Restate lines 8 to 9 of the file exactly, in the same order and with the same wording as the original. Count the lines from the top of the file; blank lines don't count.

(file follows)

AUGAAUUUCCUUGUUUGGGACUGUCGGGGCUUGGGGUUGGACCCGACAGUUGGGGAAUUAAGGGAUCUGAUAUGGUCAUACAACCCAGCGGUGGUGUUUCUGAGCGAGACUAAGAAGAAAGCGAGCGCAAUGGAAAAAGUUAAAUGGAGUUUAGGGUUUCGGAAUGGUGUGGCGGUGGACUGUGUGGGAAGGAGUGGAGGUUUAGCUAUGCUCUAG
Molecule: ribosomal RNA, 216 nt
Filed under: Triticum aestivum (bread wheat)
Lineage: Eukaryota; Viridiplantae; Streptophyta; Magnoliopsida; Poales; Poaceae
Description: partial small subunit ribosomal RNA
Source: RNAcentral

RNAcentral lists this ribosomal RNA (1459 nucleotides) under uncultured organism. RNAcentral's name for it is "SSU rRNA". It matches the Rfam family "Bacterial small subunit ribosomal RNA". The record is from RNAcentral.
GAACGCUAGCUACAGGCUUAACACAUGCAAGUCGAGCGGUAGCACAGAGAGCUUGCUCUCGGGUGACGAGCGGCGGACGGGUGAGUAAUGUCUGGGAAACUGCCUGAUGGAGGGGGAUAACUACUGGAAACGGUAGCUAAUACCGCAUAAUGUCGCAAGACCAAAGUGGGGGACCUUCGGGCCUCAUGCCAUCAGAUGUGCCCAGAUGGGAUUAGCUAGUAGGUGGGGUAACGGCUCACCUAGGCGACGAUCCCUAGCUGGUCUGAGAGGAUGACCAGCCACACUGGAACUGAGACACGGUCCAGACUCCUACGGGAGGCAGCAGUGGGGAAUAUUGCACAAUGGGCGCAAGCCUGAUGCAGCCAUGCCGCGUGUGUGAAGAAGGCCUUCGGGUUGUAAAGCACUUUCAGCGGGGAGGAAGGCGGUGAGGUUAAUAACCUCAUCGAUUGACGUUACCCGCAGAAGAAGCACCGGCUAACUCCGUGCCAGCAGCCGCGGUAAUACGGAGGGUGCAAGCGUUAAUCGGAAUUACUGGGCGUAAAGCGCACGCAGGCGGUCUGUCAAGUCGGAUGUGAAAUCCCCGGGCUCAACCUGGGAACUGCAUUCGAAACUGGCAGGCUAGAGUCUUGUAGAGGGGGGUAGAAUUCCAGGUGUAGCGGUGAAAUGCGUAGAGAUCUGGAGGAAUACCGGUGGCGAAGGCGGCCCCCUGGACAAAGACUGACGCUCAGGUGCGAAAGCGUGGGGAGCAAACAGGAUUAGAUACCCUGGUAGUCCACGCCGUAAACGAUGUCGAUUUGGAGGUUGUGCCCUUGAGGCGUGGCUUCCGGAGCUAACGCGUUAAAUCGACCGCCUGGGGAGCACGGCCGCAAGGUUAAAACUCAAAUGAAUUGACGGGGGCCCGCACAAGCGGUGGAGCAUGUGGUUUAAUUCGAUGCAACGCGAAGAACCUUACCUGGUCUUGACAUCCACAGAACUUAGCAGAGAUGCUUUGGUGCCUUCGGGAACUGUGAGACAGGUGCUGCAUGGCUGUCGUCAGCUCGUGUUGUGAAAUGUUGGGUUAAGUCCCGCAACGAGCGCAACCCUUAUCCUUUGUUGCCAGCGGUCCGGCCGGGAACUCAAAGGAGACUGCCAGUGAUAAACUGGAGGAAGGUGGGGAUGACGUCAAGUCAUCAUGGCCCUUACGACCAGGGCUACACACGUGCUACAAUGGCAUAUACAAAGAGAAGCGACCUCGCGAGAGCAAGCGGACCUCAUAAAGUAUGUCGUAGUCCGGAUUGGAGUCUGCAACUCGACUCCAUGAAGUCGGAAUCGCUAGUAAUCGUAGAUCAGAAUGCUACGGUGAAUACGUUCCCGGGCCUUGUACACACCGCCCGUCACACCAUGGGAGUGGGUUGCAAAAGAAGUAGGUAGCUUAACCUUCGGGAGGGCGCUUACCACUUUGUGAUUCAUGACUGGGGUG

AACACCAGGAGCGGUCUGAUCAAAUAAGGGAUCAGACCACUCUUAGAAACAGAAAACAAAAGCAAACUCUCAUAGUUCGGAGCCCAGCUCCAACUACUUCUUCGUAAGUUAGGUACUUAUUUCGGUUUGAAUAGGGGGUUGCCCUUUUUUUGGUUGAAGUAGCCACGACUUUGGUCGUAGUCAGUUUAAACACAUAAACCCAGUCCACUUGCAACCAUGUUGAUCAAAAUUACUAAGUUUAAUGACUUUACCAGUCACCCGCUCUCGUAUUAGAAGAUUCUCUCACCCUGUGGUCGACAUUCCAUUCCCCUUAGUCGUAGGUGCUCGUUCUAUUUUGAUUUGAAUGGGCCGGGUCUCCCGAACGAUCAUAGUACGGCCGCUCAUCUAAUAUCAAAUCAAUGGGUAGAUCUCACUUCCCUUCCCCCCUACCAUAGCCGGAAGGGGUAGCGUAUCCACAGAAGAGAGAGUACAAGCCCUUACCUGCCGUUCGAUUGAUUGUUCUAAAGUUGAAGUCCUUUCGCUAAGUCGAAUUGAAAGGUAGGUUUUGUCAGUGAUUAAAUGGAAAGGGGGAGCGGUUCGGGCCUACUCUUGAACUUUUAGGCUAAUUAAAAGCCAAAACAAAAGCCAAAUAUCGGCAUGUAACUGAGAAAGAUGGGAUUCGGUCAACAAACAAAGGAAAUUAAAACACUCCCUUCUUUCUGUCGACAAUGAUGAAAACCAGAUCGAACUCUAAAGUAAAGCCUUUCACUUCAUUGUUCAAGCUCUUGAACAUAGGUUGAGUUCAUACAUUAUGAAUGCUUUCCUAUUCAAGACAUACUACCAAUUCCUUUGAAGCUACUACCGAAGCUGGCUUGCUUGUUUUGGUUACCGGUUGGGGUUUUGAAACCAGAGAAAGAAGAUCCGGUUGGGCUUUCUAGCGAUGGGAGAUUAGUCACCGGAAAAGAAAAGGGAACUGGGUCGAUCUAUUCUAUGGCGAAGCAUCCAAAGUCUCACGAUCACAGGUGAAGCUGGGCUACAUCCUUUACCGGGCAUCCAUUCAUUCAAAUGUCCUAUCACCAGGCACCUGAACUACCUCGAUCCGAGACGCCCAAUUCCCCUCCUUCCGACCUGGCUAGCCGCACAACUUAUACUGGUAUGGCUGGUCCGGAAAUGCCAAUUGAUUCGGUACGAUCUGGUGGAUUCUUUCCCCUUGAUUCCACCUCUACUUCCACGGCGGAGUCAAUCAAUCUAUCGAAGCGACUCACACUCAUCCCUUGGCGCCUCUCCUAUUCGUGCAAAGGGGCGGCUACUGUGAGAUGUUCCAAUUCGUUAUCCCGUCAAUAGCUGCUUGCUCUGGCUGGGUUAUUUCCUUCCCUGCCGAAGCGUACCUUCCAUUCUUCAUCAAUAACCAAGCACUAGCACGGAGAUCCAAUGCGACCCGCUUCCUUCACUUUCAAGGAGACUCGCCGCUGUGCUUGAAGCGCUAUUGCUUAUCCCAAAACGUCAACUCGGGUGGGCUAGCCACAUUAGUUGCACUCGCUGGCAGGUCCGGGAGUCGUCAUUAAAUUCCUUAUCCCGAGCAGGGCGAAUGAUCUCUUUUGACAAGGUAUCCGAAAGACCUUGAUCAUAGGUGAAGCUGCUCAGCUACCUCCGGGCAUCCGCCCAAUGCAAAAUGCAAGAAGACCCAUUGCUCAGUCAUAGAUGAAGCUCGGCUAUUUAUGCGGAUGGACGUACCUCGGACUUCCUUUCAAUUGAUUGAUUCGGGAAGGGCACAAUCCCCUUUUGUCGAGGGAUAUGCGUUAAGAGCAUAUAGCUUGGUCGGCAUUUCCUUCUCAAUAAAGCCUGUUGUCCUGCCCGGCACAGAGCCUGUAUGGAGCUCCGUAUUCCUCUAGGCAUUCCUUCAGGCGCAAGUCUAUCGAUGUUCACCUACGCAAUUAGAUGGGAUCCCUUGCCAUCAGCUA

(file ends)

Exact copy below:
GAACGCUAGCUACAGGCUUAACACAUGCAAGUCGAGCGGUAGCACAGAGAGCUUGCUCUCGGGUGACGAGCGGCGGACGGGUGAGUAAUGUCUGGGAAACUGCCUGAUGGAGGGGGAUAACUACUGGAAACGGUAGCUAAUACCGCAUAAUGUCGCAAGACCAAAGUGGGGGACCUUCGGGCCUCAUGCCAUCAGAUGUGCCCAGAUGGGAUUAGCUAGUAGGUGGGGUAACGGCUCACCUAGGCGACGAUCCCUAGCUGGUCUGAGAGGAUGACCAGCCACACUGGAACUGAGACACGGUCCAGACUCCUACGGGAGGCAGCAGUGGGGAAUAUUGCACAAUGGGCGCAAGCCUGAUGCAGCCAUGCCGCGUGUGUGAAGAAGGCCUUCGGGUUGUAAAGCACUUUCAGCGGGGAGGAAGGCGGUGAGGUUAAUAACCUCAUCGAUUGACGUUACCCGCAGAAGAAGCACCGGCUAACUCCGUGCCAGCAGCCGCGGUAAUACGGAGGGUGCAAGCGUUAAUCGGAAUUACUGGGCGUAAAGCGCACGCAGGCGGUCUGUCAAGUCGGAUGUGAAAUCCCCGGGCUCAACCUGGGAACUGCAUUCGAAACUGGCAGGCUAGAGUCUUGUAGAGGGGGGUAGAAUUCCAGGUGUAGCGGUGAAAUGCGUAGAGAUCUGGAGGAAUACCGGUGGCGAAGGCGGCCCCCUGGACAAAGACUGACGCUCAGGUGCGAAAGCGUGGGGAGCAAACAGGAUUAGAUACCCUGGUAGUCCACGCCGUAAACGAUGUCGAUUUGGAGGUUGUGCCCUUGAGGCGUGGCUUCCGGAGCUAACGCGUUAAAUCGACCGCCUGGGGAGCACGGCCGCAAGGUUAAAACUCAAAUGAAUUGACGGGGGCCCGCACAAGCGGUGGAGCAUGUGGUUUAAUUCGAUGCAACGCGAAGAACCUUACCUGGUCUUGACAUCCACAGAACUUAGCAGAGAUGCUUUGGUGCCUUCGGGAACUGUGAGACAGGUGCUGCAUGGCUGUCGUCAGCUCGUGUUGUGAAAUGUUGGGUUAAGUCCCGCAACGAGCGCAACCCUUAUCCUUUGUUGCCAGCGGUCCGGCCGGGAACUCAAAGGAGACUGCCAGUGAUAAACUGGAGGAAGGUGGGGAUGACGUCAAGUCAUCAUGGCCCUUACGACCAGGGCUACACACGUGCUACAAUGGCAUAUACAAAGAGAAGCGACCUCGCGAGAGCAAGCGGACCUCAUAAAGUAUGUCGUAGUCCGGAUUGGAGUCUGCAACUCGACUCCAUGAAGUCGGAAUCGCUAGUAAUCGUAGAUCAGAAUGCUACGGUGAAUACGUUCCCGGGCCUUGUACACACCGCCCGUCACACCAUGGGAGUGGGUUGCAAAAGAAGUAGGUAGCUUAACCUUCGGGAGGGCGCUUACCACUUUGUGAUUCAUGACUGGGGUG

AACACCAGGAGCGGUCUGAUCAAAUAAGGGAUCAGACCACUCUUAGAAACAGAAAACAAAAGCAAACUCUCAUAGUUCGGAGCCCAGCUCCAACUACUUCUUCGUAAGUUAGGUACUUAUUUCGGUUUGAAUAGGGGGUUGCCCUUUUUUUGGUUGAAGUAGCCACGACUUUGGUCGUAGUCAGUUUAAACACAUAAACCCAGUCCACUUGCAACCAUGUUGAUCAAAAUUACUAAGUUUAAUGACUUUACCAGUCACCCGCUCUCGUAUUAGAAGAUUCUCUCACCCUGUGGUCGACAUUCCAUUCCCCUUAGUCGUAGGUGCUCGUUCUAUUUUGAUUUGAAUGGGCCGGGUCUCCCGAACGAUCAUAGUACGGCCGCUCAUCUAAUAUCAAAUCAAUGGGUAGAUCUCACUUCCCUUCCCCCCUACCAUAGCCGGAAGGGGUAGCGUAUCCACAGAAGAGAGAGUACAAGCCCUUACCUGCCGUUCGAUUGAUUGUUCUAAAGUUGAAGUCCUUUCGCUAAGUCGAAUUGAAAGGUAGGUUUUGUCAGUGAUUAAAUGGAAAGGGGGAGCGGUUCGGGCCUACUCUUGAACUUUUAGGCUAAUUAAAAGCCAAAACAAAAGCCAAAUAUCGGCAUGUAACUGAGAAAGAUGGGAUUCGGUCAACAAACAAAGGAAAUUAAAACACUCCCUUCUUUCUGUCGACAAUGAUGAAAACCAGAUCGAACUCUAAAGUAAAGCCUUUCACUUCAUUGUUCAAGCUCUUGAACAUAGGUUGAGUUCAUACAUUAUGAAUGCUUUCCUAUUCAAGACAUACUACCAAUUCCUUUGAAGCUACUACCGAAGCUGGCUUGCUUGUUUUGGUUACCGGUUGGGGUUUUGAAACCAGAGAAAGAAGAUCCGGUUGGGCUUUCUAGCGAUGGGAGAUUAGUCACCGGAAAAGAAAAGGGAACUGGGUCGAUCUAUUCUAUGGCGAAGCAUCCAAAGUCUCACGAUCACAGGUGAAGCUGGGCUACAUCCUUUACCGGGCAUCCAUUCAUUCAAAUGUCCUAUCACCAGGCACCUGAACUACCUCGAUCCGAGACGCCCAAUUCCCCUCCUUCCGACCUGGCUAGCCGCACAACUUAUACUGGUAUGGCUGGUCCGGAAAUGCCAAUUGAUUCGGUACGAUCUGGUGGAUUCUUUCCCCUUGAUUCCACCUCUACUUCCACGGCGGAGUCAAUCAAUCUAUCGAAGCGACUCACACUCAUCCCUUGGCGCCUCUCCUAUUCGUGCAAAGGGGCGGCUACUGUGAGAUGUUCCAAUUCGUUAUCCCGUCAAUAGCUGCUUGCUCUGGCUGGGUUAUUUCCUUCCCUGCCGAAGCGUACCUUCCAUUCUUCAUCAAUAACCAAGCACUAGCACGGAGAUCCAAUGCGACCCGCUUCCUUCACUUUCAAGGAGACUCGCCGCUGUGCUUGAAGCGCUAUUGCUUAUCCCAAAACGUCAACUCGGGUGGGCUAGCCACAUUAGUUGCACUCGCUGGCAGGUCCGGGAGUCGUCAUUAAAUUCCUUAUCCCGAGCAGGGCGAAUGAUCUCUUUUGACAAGGUAUCCGAAAGACCUUGAUCAUAGGUGAAGCUGCUCAGCUACCUCCGGGCAUCCGCCCAAUGCAAAAUGCAAGAAGACCCAUUGCUCAGUCAUAGAUGAAGCUCGGCUAUUUAUGCGGAUGGACGUACCUCGGACUUCCUUUCAAUUGAUUGAUUCGGGAAGGGCACAAUCCCCUUUUGUCGAGGGAUAUGCGUUAAGAGCAUAUAGCUUGGUCGGCAUUUCCUUCUCAAUAAAGCCUGUUGUCCUGCCCGGCACAGAGCCUGUAUGGAGCUCCGUAUUCCUCUAGGCAUUCCUUCAGGCGCAAGUCUAUCGAUGUUCACCUACGCAAUUAGAUGGGAUCCCUUGCCAUCAGCUA